For the game to figure out the final state of electronics, it goes through many "substeps". This simulation happens every single time a robber makes a move or uses a tool.
In a substep, first, power propagates through anything conductive that it can. Then at the start of the next substep, voltage triggered (inverted) switches are triggered according to whether or not they were receiving power at the end of the last turn. The game keeps running through substeps until wiring in the whole house repeats a "state" and one substep exactly matches another.
Lets say we make something like this:
When we step onto the switch, power will immediately get through the conductive switch and wire, but won't yet trigger the voltage triggered inverted switch (VTIS).
It will take until the start of the next substep for the switch to update according to whether or not it is receiving power from above:
Once this happens, power can immediately get through on this same (second) substep:
And the light is powered. On the third substep the game sees that everything has stayed exactly the same, so stops the simulation at three substeps and gives the above state as the final state that you see.
Joshwithguitar put together a castledraft map to act as a visual guide to electronic substeps: http://castledraft.com/editor/2sP62y
Each row in the above example represents the substeps that the game goes through in order to determine the state of the different electronic configurations.
In the rows the leftmost circuit represents the initial state of a circuit before a pressure switch is turned on. The circuits to the right represent each cycle after the button is pressed until it repeats a state. The to the far right the final state as it will appear to the player.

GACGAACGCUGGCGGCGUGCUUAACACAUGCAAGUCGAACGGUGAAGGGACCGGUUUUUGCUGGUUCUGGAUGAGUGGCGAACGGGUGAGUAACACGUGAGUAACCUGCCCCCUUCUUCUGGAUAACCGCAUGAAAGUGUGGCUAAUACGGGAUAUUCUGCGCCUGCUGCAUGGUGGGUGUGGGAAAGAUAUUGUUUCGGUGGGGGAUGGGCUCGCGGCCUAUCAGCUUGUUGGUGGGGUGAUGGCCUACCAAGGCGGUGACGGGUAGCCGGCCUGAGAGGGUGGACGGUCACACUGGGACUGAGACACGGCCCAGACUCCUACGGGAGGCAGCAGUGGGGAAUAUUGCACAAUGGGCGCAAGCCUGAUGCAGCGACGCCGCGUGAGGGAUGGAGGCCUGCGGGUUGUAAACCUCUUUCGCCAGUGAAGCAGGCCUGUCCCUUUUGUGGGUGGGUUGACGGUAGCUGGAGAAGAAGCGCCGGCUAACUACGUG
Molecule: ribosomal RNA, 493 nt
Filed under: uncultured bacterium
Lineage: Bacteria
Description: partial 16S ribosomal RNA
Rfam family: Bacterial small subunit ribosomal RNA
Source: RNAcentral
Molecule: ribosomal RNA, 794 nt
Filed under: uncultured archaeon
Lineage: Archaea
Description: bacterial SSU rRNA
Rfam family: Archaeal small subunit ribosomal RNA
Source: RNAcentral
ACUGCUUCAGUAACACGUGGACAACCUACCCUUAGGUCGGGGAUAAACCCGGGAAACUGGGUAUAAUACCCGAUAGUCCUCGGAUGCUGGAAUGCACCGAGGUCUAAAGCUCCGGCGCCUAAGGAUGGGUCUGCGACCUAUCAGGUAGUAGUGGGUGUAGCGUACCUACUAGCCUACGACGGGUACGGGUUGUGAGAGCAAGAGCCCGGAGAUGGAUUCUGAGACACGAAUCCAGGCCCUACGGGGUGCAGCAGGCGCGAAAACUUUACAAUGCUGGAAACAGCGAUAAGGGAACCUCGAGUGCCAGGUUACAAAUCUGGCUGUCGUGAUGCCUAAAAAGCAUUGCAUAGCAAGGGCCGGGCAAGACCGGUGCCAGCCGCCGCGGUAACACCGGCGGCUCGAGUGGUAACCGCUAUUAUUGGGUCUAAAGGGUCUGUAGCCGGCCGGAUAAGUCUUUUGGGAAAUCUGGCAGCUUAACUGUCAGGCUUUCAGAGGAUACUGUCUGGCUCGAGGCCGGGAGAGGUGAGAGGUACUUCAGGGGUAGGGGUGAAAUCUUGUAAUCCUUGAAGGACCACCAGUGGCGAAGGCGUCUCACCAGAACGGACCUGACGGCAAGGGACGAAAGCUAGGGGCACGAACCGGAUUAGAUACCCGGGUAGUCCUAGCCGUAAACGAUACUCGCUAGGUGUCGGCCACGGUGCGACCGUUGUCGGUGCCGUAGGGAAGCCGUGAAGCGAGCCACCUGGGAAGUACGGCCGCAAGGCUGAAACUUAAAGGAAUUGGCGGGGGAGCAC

Going back to the initial circuit though, what happens with this?:
This map shows the substeps that it will go through: http://castledraft.com/editor/oJviC2
By the third substep the game detects a repeated state, where everything is exactly the same as it was before, which means that it is going to loop. It doesn't need to go through any substeps after the third. The game simulates this loop again and finds the lowest seen state of each tile. This means their unpowered state. It then settles each tile individually down into their lowest seen state, and you end up with the circuit shown on the far left, which also happens to be what it looks like in build mode.
Even though it looks like power should be getting through, the game has forcefully decided that the wires and VTIS should be off, as that was the lowest state they were seen in during the loop.
Power flows both ways along wires, so be careful when using multiple gates together. Although in this example it seems like the bottom light only lights up if both switches are powered, pressing the bottom button will also provide power to the voltage trigger switch, lighting up the light even though only one button is pressed. One solution to this problem of bi-directionality is to use a "diode" type circuit.